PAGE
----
As with HSV, several alternatives for treatment include valacyclovir, famcyclovir and brivudine (see HSV). The unpleasant post-herpetic neuralgia allegedly occurs less frequently under these drugs than under acyclovir in HIV-negative patients (Gnann 2002). However, according to the recent Cochrane analysis these results are not clear (Li 2009). Valacyclovir, famcyclovir and brivudine have not been tested widely in HIV patients, and are not licensed for treatment of immunocompromised patients. They are also substantially more expensive than the numerous acyclovir formulations. Acyclovir resistance may occur in the thymidine kinase gene, but is rare (Gershon 2001, Saint-Leger 2001). In these cases, foscarnet can be given.

Pain management of post-herpetic neuralgia is problematic. Carbamazepine or gabapentine only partially help. Steroids are generally not advised (Gnann 2002). Since November 2007 lidocaine medicated plasters (Versatis®) are licensed for Europe which are stuck on painful areas. Side effects are local skin irritation. Herpetic lesions should be healed before use (Garnock-Jones 2009). In 2009, the FDA approved Qutenza® 8% patch for the management of neuropathic pain due to postherpetic neuralgia (PHN). Qutenza® delivers a synthetic form of capsaicin, the substance in chili peppers that gives them their heat sensation, through a dermal delivery system. The patch is applied by a physician or a healthcare professional.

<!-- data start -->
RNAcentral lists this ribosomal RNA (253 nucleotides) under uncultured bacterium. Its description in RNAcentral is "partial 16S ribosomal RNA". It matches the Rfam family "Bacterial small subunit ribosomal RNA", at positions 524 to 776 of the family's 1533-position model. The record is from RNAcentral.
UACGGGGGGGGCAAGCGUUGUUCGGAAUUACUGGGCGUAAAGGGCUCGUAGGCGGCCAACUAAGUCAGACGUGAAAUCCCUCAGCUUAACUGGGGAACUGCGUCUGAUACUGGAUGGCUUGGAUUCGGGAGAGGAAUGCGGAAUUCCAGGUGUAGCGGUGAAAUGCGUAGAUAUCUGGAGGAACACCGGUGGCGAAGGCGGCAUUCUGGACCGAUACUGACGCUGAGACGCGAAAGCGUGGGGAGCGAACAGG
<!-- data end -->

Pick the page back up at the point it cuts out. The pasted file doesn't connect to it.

Varicella vaccination, previously contraindicated in HIV patients, seems to be fairly safe and effective for patients with more than 400 CD4 T cells/µl (Gershon 2001, Weinberg 2010). It should be considered if VZV serology is negative. In individuals with negative serology and exposure to highly infectious VZV, administration of hyperimmunoglobulin (2 mg/kg i.v.) may be attempted in individual cases. Long-term primary prophylaxis is not advised. Some dermatologists, however, prefer long-term therapy with low doses if there are persistently recurring episodes.

Treatment/prophylaxis of VZV infection (daily doses)
Acute therapy Duration: at least 7 days
Treatment of choice Acyclovir Acyclovir 1 tbl. at 800 mg 5x/day
Severe cases Acyclovir 1-2 amp. at 500 mg tid (10 mg/kg tid) i.v.
Alternatives Valacyclovir Valacyclovir 2 tbl. at 500 mg tid
Alternatives Famciclovir Famciclovir 2 tbl. at 250 mg tid
Alternatives Brivudin Brivudin 1 tbl. at 125 mg qd
Prophylaxis Not recommended


Brown M, Scarborough M, Brink N, Manji H, Miller R. Varicella zoster virus-associated neurological disease in HIV-infected patients. Int J STD AIDS 2001, 12:79-83.

Garnock-Jones KP, Keating GM. Lidocaine 5% medicated plaster: a review of its use in postherpetic neuralgia. Drugs 2009, 69:2149-65.

Gershon AA. Prevention and treatment of VZV infections in patients with HIV. Herpes 2001, 8:32-6.

Gnann JW Jr, Whitley RJ. Clinical practice. Herpes zoster. N Engl J Med 2002, 347:340-6.

Li Q, Chen N, Yang J, et al. Antiviral treatment for preventing postherpetic neuralgia. Cochrane Database Syst Rev 2009, 2: CD006866.

Martinez E, Gatell J, Moran Y, et al. High incidence of herpes zoster in patients with AIDS soon after therapy with protease inhibitors. Clin Infect Dis 1998, 27:1510-3.

Saint-Leger E, Caumes E, Breton G, et al. Clinical and virologic characterization of acyclovir-resistant varicella-zoster viruses isolated from 11 patients with AIDS. Clin Infect Dis 2001, 33:2061-7.

Weinberg A, Levin MJ, Macgregor RR. Safety and immunogenicity of a live attenuated varicella vaccine in VZV-seropositive HIV-infected adults. Hum Vaccin 2010, 6:318-21.

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Filed under 11. Opportunistic Infections, Herpes Zoster, Part 3 - AIDS